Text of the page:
Meet the Elapids: Of 18 snake families, this one's the most lethal. Talk about a vicious bunch! (ScienceWorld Miniposter).DEATH ADDER Unlike other elapids, this stocky Australian snake has long-hinged fangs that fold back against the roof of the mouth within a sheath of skin. At night, the snake wriggles its tail like a little worm to lure small animals within striking distance. By day, death adders rest in sand or grass--hard to see, but easy to step on.
COBRA A snake charmer's favorite, the slender Indian cobra inhabits forests, fields, and urban areas in India, Pakistan, and Sri Lanka Sri Lanka (srē läng`kə) [Sinhalese,=resplendent land], formerly Ceylon, ancient Taprobane, officially Democratic Socialist Republic of Sri Lanka, island republic (2005 est. pop. . When alarmed, it spreads a very wide hood.
SEA SNAKE sea snake, name for any of the venomous marine snakes of the family Hydrophidae, found in tropical waters of the Indian and Pacific oceans. The sea snake's body is flattened laterally and its oarlike tail is used as a scull. They prey on fish and eels in coastal waters of Australia and Southeast Asia Southeast Asia, region of Asia (1990 est. pop. 442,500,000), c.1,740,000 sq mi (4,506,600 sq km), bounded roughly by the Indian subcontinent on the west, China on the north, and the Pacific Ocean on the east. . With flattened tails and valve-like nostrils that keep out seawater seawater
Water that makes up the oceans and seas. Seawater is a complex mixture of 96.5% water, 2.5% salts, and small amounts of other substances. Much of the world's magnesium is recovered from seawater, as are large quantities of bromine. , sea snakes have evolved into fearsome swimmers, but writhe helplessly on land.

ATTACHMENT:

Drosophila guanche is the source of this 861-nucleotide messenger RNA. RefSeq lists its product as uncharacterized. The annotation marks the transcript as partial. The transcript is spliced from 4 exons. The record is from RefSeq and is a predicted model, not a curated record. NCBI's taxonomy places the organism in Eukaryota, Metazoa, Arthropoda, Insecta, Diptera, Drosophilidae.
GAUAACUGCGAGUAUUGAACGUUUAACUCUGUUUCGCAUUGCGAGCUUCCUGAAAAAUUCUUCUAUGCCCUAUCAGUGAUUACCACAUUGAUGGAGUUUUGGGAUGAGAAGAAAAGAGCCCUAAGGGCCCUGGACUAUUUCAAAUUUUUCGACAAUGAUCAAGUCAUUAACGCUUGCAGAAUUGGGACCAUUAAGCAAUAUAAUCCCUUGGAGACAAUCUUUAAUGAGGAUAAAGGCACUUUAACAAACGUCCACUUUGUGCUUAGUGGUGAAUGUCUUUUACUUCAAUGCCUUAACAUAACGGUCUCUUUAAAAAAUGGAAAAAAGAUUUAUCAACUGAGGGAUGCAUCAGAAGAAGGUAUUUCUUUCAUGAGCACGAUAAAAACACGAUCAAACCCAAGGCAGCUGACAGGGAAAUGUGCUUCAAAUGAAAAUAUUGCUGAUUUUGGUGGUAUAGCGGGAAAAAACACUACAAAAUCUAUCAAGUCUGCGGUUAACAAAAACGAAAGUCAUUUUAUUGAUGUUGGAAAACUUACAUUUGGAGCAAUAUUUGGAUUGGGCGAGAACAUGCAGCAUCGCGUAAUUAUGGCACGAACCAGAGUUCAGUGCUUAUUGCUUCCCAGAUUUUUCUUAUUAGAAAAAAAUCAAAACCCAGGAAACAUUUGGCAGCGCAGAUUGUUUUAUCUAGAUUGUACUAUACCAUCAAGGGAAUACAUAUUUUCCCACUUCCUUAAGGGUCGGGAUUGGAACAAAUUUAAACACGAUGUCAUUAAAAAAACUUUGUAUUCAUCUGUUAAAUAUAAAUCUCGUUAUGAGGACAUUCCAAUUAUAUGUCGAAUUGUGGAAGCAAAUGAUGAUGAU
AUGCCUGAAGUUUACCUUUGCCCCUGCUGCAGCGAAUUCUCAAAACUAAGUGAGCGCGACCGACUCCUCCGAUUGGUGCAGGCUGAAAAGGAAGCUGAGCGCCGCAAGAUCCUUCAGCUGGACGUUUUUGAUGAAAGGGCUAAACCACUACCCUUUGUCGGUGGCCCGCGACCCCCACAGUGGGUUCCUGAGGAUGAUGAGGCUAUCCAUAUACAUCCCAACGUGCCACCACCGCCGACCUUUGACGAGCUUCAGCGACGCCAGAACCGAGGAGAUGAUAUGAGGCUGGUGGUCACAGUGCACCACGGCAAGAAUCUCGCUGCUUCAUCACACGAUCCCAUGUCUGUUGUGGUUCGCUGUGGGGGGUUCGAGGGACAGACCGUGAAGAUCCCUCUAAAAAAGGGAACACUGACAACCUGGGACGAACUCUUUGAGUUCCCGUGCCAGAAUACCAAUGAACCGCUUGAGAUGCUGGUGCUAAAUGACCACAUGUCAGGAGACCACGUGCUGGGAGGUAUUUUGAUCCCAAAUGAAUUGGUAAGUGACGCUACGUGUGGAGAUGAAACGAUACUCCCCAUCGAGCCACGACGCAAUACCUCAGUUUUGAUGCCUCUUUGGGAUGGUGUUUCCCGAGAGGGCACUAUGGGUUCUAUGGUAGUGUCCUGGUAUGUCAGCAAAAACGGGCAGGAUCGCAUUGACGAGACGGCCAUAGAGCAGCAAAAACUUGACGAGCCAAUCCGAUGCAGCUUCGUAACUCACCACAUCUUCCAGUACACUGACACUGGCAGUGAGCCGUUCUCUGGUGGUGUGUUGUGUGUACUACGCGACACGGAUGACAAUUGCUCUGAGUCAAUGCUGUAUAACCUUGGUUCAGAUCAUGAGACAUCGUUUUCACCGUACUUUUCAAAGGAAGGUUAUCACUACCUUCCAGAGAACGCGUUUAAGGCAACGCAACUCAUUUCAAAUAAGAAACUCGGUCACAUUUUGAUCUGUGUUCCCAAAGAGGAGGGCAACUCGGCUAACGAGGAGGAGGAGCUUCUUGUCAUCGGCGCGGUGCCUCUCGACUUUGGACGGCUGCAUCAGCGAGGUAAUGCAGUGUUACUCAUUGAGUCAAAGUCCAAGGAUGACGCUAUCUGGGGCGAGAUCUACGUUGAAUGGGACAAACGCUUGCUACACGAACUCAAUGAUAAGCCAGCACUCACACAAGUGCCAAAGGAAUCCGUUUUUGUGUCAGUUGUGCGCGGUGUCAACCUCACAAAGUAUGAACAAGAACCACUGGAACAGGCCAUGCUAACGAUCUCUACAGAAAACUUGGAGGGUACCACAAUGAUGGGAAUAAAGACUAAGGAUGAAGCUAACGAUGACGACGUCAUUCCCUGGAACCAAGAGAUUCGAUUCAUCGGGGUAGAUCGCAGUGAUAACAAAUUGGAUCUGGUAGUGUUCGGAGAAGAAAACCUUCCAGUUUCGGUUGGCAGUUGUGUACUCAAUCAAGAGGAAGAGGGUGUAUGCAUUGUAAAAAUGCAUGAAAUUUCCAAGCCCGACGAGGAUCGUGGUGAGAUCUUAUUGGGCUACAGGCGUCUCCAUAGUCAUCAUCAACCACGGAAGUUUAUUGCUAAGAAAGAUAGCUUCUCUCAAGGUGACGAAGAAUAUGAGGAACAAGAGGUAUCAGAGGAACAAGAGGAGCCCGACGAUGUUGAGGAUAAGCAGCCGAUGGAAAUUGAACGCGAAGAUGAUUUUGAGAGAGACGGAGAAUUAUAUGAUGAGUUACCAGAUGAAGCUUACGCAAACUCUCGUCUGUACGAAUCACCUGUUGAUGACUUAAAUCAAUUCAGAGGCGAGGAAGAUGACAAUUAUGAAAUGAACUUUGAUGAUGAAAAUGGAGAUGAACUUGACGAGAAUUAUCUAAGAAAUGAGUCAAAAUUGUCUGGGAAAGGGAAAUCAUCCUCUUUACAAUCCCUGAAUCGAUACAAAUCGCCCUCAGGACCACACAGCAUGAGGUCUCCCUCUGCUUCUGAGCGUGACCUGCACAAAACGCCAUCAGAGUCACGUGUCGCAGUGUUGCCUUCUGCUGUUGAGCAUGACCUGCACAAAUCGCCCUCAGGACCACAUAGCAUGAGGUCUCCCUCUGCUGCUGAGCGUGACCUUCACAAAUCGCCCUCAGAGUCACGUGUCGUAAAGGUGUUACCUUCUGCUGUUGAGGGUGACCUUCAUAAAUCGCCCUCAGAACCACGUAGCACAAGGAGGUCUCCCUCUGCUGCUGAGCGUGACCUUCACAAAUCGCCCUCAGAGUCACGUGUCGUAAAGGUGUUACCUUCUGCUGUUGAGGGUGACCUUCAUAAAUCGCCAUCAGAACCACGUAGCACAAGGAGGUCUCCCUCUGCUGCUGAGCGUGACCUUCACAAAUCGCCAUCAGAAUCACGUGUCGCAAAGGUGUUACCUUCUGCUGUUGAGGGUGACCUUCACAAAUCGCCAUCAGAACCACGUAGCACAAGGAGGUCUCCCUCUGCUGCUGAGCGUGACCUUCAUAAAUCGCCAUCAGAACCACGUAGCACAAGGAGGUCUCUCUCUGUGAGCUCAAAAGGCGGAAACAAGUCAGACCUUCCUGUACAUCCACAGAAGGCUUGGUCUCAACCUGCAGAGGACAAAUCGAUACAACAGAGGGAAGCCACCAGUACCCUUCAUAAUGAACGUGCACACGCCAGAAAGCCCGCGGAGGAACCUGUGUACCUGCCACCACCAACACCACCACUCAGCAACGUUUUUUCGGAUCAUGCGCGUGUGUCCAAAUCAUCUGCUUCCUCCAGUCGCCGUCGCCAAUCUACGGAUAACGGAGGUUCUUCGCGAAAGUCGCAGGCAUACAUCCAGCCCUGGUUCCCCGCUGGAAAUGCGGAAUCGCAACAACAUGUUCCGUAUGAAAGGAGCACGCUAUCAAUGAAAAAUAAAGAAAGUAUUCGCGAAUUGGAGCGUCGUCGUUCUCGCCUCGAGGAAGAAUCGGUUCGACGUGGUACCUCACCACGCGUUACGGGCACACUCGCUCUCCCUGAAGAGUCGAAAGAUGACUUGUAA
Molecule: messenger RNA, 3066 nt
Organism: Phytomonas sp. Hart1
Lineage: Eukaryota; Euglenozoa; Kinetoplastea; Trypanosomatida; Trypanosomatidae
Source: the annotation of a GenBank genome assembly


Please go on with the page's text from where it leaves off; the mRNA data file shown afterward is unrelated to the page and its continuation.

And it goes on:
SPITTING COBRA In spitting cobras' fangs venom holes face slightly forward, letting them shoot blinding venom into the eyes of a predator up to 2.5 meters (8 feet) away. It's purely a defensive tactic, but "it adds a whole new dimension to snake catching!" Joe Slowinski says.
CORAL SNAKE coral snake, name for poisonous New World snakes of the same family as the Old World cobras. About 30 species inhabit Mexico, Central America, and N South America; two are found in the United States. Coral snakes are the only elapids of North and South America. Averaging 51 cm (20 in.) in length, corals' bright bands of color alert predators: "I'm poisonous!" These secretive, nocturnal snakes spend much of their time in cracks and crevices.
GREEN MAMBA Long, slender green mambas hunt, sleep, even lay eggs in the forest trees of eastern Africa. Given the chance, these graceful snakes will flee from trouble. But when trapped, a mamba mamba, name for African snakes of the genus Dendroaspis, in the cobra family. Widely distributed throughout Africa except in the deserts, mambas have extremely toxic venom. will shoot out like a green arrow, striking wildly as it goes. Mambas can inject more venom per bite than cobras.